Well, the 2022 maple season is over — I think our taps have dried up because we’ve had a few freeze/thaw days and haven’t really yielded an appreciable amount of sap. We only got like 2.5 gallons of syrup this year — much less than expected … and we need to be ready to tap in January next year when the first week of freeze/thaw hits. While I love the flavor of late-season syrup, we’re getting way too many warm days in March for good sap production.
We’ve been running the reverse osmosis system at about 95 PSI and concentrating the sap from around 2 percent to 7-8 percent. That’s a lot of water being pulled out (and the water tests at 0 … so we’re not wasting a statistically significant amount of sugar in the filtering process).
We collected nine gallons of sap with SG of 1.009 = 2.3 Brix
We ran all of the sap through the reverse osmosis system at 60psi and had sap with SG 1.011 = 2.8 Brix
We ran the concentrated sap through the reverse osmosis system a second time, this time at 80psi and had sap with SG 1.022 = 5.6 Brix.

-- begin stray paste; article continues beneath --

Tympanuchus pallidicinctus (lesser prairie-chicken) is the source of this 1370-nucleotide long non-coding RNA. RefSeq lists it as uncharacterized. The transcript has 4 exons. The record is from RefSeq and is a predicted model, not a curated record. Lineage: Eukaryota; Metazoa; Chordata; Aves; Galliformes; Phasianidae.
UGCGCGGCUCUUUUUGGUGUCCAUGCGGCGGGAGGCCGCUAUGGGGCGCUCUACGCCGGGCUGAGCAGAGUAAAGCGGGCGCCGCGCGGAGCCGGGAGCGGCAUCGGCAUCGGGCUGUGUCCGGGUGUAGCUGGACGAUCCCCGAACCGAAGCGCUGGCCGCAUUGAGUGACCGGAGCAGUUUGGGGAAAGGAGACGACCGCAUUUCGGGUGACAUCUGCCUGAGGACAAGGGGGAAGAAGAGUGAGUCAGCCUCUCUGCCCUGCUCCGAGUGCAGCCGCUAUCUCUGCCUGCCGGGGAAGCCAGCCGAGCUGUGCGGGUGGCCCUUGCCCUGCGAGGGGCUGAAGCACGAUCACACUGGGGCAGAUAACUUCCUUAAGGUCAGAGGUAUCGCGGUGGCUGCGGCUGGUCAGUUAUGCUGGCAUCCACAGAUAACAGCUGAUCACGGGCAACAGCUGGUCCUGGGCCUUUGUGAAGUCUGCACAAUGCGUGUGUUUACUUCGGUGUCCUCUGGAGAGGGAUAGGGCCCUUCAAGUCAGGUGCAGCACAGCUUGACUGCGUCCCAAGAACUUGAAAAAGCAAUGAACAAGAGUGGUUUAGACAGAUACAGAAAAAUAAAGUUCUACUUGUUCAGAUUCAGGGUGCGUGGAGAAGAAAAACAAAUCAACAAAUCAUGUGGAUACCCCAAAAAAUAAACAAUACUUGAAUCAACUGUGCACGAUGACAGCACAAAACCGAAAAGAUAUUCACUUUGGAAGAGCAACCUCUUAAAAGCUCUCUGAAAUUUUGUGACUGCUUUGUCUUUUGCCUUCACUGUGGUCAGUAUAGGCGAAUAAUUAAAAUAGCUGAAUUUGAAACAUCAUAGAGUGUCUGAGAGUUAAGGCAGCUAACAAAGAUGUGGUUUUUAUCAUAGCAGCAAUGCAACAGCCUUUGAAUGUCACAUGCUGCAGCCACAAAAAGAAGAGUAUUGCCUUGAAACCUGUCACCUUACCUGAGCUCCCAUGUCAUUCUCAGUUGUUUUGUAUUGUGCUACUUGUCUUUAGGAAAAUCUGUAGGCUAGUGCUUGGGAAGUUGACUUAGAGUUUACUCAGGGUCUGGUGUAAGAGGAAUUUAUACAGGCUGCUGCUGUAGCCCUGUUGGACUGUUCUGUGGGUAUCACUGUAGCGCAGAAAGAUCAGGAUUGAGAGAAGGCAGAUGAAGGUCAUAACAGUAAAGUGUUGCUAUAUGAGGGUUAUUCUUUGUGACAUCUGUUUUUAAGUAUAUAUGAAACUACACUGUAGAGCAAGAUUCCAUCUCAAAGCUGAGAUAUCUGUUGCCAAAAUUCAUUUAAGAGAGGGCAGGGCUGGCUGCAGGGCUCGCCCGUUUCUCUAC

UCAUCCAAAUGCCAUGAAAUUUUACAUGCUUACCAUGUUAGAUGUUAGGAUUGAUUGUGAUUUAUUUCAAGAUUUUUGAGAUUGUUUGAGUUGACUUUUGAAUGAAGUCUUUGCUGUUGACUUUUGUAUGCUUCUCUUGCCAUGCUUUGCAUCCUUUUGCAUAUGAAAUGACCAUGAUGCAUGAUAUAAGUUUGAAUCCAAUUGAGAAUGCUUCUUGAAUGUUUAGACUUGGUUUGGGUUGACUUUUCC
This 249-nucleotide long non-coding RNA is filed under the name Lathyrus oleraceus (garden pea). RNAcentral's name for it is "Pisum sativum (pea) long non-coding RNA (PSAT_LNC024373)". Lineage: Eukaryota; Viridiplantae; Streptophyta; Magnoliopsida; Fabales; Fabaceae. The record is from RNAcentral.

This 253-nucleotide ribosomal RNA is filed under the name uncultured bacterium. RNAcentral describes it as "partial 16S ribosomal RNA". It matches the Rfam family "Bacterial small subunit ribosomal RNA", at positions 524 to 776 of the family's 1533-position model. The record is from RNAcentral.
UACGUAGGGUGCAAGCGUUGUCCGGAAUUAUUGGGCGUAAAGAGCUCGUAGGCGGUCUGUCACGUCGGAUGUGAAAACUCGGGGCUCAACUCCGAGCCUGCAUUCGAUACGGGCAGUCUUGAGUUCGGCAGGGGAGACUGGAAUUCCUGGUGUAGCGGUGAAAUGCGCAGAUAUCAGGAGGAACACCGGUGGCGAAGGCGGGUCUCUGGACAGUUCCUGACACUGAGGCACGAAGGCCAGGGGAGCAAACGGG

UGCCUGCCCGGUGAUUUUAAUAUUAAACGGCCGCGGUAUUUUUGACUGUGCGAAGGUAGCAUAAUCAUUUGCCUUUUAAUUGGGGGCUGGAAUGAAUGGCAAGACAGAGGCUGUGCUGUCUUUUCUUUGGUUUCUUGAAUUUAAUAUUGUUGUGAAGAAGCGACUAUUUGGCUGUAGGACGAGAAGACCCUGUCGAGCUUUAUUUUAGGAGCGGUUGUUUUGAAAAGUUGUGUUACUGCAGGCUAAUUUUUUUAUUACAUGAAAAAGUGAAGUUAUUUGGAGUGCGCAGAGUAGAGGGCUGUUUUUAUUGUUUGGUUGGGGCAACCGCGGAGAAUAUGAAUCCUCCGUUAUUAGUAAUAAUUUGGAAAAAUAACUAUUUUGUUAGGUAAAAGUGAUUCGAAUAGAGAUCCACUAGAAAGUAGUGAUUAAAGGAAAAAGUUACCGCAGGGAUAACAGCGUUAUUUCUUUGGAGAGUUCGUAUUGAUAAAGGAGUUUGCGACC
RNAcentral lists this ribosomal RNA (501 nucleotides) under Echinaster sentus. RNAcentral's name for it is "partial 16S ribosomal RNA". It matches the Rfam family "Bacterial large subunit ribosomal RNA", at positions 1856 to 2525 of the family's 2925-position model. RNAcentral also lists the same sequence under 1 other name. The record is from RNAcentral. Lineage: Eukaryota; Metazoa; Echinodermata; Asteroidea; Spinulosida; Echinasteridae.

The “pure water” output SG was about 1.003 — we re-ran this through the RO as well.
At the end of the day, we have about 4 gallons of sap at 5.6% sugar, another gallon from the “pure water” run that’s a lower SG, and four gallons of water that’s removed.
Notes for the future:
- We want to see what a single pass at higher pressure does — is it multiple passes that farther concentrated the sap or the higher pressure?
- We took SG readings and converted to brix using an online converter. Next time, we should just take the readings in Brix 🙂
- We might need a different refractometer to get accurate readings near 1 … not sure how accurate our tool is at the low end of the range.
The maple butterscotch topping I made for Scott’s cake was quite simple — 2/3 cup of heavy whipping cream, 4 Tbsp butter, and 1 cup of maple syrup. Melt the butter in a pan, then mix in the whipping cream. Add maple and boil until it’s really bubbly — sauce will thicken on the back of a spoon when it cools.
I made maple sugar for cinnamon rolls — pour a bunch of maple syrup (a pint, in this case) into a pot. Preferably a pot with high walls so the whole thing doesn’t bubble over in a hot, sticky mess. Over medium heat, boil for 15-20 minutes. It’ll foam up a lot, and all of a sudden it will crystalize on top. Pull it off the heat and stir to break up the hardened maple.